I will be the first one to admit I don’t really consider myself a developer, I am more of a coder. A developer understands all the theory behind the implementation. A coder gets the code to do what they want without fully understanding how. In the past two years although I have been moving away from coding, I keep getting sucked back in. It’s so easy to throw together a simple web page with email capture, etc. The hard part is scaling it to 1M+ daily active users. Scaling is when a real developers are needed, not a coder. A coder is needed when hacking together a Minimum Viable Product (MVP) to get out the door. Building a startup requires both hackers and coders, you just need to know when and how to leverage each of the strengths.
Any way, enough about developers/coders – it’s time to optimize that code. I have built a number of products the past few years and have really started to think about the optimization that SHOULD go behind the code, or lack there of. Just think of a simple checkout page. Should you capture the email before they complete the order for an instant email campaign? Do you validate the shipping address before or after the order has proceeded. There are many things to test when it comes to ecommerce as well as a web application, but who REALLY does this? I get sent links to Which Test Won every time there is a new post (thanks Nelson), but I have to wonder, do companies really invest this amount of time and money into optimization. I guess what I am really asking is what companies out there are doing true A/B testing to improve conversion. Are they taking it the next step further and integrating all this testing knowledge into their products while bugs and fixes are simultaneously happening?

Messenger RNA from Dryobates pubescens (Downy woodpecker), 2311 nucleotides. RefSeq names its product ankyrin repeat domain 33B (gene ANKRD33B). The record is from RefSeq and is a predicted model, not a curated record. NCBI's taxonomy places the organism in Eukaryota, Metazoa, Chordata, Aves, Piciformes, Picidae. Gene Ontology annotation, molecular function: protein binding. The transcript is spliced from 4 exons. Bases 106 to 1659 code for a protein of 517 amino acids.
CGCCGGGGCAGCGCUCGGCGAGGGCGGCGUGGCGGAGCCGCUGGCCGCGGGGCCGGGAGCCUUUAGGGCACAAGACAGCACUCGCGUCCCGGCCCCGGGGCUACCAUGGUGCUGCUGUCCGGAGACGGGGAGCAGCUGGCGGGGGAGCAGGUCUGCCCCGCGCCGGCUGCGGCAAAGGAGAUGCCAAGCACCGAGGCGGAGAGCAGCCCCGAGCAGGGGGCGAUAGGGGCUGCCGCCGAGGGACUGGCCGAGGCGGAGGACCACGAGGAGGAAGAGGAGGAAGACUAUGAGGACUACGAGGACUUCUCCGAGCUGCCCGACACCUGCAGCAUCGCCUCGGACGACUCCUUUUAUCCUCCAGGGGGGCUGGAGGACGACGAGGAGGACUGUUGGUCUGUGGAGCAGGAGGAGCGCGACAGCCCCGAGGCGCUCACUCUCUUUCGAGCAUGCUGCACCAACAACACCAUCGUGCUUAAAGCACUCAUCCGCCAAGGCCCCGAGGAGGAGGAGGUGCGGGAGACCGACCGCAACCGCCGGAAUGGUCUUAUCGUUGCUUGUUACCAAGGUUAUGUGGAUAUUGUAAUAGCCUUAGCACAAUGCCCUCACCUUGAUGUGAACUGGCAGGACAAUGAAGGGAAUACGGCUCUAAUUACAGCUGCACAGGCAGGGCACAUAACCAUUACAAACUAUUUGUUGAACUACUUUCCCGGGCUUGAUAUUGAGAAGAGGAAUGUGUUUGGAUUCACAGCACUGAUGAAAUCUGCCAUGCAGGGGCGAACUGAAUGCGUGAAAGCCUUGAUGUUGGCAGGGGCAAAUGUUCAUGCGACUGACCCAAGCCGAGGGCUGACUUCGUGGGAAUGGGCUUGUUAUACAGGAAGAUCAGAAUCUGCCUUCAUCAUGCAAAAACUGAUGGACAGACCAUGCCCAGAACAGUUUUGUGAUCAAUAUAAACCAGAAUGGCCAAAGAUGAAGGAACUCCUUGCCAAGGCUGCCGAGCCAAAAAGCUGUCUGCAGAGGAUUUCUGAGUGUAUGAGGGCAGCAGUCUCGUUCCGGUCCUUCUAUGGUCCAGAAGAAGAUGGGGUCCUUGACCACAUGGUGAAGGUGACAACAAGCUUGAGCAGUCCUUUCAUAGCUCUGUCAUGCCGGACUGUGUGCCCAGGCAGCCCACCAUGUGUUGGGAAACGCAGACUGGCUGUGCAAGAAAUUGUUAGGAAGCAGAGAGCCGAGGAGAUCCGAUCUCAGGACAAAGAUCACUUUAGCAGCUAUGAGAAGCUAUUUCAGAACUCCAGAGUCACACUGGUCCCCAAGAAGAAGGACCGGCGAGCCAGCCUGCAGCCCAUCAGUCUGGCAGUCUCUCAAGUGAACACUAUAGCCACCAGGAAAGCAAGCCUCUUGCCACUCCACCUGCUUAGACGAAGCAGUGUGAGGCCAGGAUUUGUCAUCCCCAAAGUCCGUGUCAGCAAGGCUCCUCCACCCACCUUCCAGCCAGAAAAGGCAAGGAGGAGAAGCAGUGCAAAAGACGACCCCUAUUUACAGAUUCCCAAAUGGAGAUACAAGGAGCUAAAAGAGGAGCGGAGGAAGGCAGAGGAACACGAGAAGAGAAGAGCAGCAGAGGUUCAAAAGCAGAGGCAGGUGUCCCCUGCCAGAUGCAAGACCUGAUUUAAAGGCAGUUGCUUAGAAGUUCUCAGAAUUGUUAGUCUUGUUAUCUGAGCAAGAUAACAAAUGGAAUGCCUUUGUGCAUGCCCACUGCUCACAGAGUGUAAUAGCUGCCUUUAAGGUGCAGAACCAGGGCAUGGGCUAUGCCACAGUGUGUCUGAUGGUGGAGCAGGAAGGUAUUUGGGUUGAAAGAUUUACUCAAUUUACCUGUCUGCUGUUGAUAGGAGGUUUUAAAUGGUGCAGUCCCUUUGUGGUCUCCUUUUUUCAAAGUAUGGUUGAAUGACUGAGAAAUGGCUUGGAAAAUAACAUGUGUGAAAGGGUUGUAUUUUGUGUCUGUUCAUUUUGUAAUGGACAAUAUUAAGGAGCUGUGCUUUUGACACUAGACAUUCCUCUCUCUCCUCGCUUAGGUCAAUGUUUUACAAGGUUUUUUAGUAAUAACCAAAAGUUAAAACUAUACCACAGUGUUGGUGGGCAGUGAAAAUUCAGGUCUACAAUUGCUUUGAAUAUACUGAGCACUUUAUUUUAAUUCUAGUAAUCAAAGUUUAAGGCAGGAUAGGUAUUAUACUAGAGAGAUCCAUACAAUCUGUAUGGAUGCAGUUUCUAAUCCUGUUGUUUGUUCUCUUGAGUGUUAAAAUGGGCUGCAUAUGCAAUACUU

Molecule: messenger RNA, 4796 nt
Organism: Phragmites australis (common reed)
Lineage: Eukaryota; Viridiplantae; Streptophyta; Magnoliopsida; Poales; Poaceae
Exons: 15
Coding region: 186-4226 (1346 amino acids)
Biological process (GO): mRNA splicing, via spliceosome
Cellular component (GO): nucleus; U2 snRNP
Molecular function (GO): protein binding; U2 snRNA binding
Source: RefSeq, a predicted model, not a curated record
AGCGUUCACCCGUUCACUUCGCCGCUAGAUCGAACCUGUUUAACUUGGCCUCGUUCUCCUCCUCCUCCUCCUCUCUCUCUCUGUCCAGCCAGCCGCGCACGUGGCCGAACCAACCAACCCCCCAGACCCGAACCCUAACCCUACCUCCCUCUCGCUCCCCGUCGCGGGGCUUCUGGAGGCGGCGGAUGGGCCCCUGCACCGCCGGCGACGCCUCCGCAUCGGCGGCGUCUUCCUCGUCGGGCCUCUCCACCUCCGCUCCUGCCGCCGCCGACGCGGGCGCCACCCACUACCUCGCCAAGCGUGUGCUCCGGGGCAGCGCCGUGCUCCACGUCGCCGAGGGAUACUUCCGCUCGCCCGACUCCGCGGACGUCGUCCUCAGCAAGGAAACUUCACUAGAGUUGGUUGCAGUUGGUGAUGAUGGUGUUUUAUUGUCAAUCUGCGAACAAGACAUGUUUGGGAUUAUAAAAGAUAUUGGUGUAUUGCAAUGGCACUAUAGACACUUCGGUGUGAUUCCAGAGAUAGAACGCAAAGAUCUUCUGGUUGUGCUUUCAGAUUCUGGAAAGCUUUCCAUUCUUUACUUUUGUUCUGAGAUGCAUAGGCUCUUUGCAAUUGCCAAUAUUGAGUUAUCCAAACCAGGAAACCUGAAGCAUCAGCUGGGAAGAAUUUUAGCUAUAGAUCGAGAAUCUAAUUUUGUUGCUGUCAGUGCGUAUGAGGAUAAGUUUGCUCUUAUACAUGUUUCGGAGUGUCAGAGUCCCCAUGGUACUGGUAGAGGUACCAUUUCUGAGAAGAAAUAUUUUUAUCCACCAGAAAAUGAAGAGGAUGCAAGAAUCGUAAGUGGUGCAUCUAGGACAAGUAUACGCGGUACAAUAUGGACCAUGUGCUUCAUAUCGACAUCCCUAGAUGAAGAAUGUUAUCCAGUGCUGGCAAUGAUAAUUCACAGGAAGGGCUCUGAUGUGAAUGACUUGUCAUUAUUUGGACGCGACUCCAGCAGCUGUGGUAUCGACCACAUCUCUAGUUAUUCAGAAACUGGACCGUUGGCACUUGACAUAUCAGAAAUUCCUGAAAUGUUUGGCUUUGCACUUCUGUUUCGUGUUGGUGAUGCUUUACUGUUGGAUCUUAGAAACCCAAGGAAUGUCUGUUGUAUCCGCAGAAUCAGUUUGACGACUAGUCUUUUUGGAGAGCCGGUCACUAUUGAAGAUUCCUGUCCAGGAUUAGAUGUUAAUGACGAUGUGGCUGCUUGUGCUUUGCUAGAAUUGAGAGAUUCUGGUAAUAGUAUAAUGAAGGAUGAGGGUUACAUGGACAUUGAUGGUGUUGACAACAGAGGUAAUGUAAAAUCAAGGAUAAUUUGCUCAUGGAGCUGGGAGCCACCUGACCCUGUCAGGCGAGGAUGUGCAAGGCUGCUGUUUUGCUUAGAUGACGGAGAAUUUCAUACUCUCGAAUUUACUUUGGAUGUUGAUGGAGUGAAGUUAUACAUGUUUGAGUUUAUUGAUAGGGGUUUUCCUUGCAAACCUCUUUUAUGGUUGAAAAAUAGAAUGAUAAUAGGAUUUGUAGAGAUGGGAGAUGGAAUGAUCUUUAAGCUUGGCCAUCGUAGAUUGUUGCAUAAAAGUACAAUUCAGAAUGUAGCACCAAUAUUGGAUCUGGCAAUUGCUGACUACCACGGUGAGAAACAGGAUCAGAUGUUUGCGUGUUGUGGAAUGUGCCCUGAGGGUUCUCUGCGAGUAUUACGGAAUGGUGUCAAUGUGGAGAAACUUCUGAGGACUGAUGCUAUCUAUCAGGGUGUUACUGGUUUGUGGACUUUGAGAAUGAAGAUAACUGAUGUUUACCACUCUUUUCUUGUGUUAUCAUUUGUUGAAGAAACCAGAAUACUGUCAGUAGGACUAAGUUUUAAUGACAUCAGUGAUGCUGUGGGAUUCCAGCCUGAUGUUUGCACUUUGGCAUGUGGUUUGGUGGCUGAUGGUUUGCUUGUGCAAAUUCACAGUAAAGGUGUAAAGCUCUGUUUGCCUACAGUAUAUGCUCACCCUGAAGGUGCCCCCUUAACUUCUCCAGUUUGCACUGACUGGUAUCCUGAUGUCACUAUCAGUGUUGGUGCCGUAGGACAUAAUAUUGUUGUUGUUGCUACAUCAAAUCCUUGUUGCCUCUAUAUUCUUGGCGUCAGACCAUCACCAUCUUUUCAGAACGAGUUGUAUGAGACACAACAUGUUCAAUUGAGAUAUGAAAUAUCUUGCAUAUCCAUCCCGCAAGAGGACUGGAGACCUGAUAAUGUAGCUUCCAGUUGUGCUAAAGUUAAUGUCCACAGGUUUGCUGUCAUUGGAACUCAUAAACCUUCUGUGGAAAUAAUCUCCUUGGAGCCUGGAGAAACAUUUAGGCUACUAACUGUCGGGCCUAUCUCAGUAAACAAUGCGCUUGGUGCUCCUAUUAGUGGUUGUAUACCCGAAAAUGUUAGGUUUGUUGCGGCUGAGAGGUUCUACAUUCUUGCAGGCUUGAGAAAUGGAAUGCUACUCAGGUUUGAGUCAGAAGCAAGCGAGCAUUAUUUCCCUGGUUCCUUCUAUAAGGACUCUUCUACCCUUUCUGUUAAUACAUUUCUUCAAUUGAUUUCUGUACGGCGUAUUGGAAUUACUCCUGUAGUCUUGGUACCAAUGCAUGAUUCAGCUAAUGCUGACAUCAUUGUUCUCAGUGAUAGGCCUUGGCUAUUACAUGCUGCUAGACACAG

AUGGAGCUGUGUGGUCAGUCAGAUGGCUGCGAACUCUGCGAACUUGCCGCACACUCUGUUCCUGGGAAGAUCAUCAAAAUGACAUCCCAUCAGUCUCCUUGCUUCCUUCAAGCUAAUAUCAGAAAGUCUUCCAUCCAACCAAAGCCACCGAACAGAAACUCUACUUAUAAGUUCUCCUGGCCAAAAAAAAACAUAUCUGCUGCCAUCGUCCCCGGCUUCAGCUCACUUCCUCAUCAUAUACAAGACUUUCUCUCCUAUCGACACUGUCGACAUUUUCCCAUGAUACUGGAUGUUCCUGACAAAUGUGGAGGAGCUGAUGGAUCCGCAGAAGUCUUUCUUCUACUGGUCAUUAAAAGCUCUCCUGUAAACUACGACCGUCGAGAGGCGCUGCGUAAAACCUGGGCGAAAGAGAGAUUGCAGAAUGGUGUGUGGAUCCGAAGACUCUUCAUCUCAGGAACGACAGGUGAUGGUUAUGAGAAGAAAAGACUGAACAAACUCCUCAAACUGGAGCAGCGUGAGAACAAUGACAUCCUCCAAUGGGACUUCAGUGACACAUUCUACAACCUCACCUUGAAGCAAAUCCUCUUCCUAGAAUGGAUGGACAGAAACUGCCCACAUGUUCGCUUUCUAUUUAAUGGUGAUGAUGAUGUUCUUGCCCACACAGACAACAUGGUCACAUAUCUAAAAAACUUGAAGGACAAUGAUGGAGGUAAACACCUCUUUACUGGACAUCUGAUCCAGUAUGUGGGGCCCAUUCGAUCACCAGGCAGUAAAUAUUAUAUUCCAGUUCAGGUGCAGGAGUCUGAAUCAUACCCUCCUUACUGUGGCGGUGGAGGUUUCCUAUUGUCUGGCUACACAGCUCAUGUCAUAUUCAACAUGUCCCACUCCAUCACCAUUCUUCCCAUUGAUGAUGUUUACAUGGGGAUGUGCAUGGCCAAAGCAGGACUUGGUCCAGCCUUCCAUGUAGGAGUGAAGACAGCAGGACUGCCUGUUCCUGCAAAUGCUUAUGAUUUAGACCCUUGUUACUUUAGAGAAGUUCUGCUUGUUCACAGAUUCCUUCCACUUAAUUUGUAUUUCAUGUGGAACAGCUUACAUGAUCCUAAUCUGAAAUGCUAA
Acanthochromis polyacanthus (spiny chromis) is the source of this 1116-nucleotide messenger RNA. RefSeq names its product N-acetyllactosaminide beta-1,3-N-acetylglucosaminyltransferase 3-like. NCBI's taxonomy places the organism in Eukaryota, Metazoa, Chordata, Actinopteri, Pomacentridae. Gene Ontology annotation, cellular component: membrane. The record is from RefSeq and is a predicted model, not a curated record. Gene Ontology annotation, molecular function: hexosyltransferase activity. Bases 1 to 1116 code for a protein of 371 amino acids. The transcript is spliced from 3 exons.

While attending Distilled SearchLove I got to listen to Mat Clayton of MixCloud who discussed a lot about testing. I got the chance to pull him aside and understand how testing is looped into development. One of the ways they do this is leveraging 3 states per feature. Global, limited, and disabled. I am sure this is where Dave McClure would chime in to preach about how you should always be able to kill features and drop an Fbomb, but it adds to the complexity. When you are building something for the first time you are most likely not going to get it right. Why not build in features to test your assumptions and see if it works. On top of that, build a throw away as fast as possible to get something live and out the door. Worst cast, you can disable it and move on. Building out this process to disable features and test assumptions is at the core of a lean startup, but the big question is… is it part of your current business development roadmap?
Building in a simple test platform within your features is a LOT easier when you start development rather than trying to retrofit them post launch. Although I am a HUGE fan of building 2 – the first one is a learning experience that you throw away – one of the only lessons from CS class at UVM I always think about.
So who is building in testing as part of development besides MixCLoud? Are you testing your product while it’s being developed and killing features no one uses? Taking it a next step further, are you testing links to features that don’t exists but could be built out or on the road map that would help improve a conversion/goal/ROI. Just think before you even code a feature, drop a link on a segment of users, see who clicks and throw a “feature not available yet” in there. This will give you some numbers and a baseline on whether users want it and/or if it will help your conversion.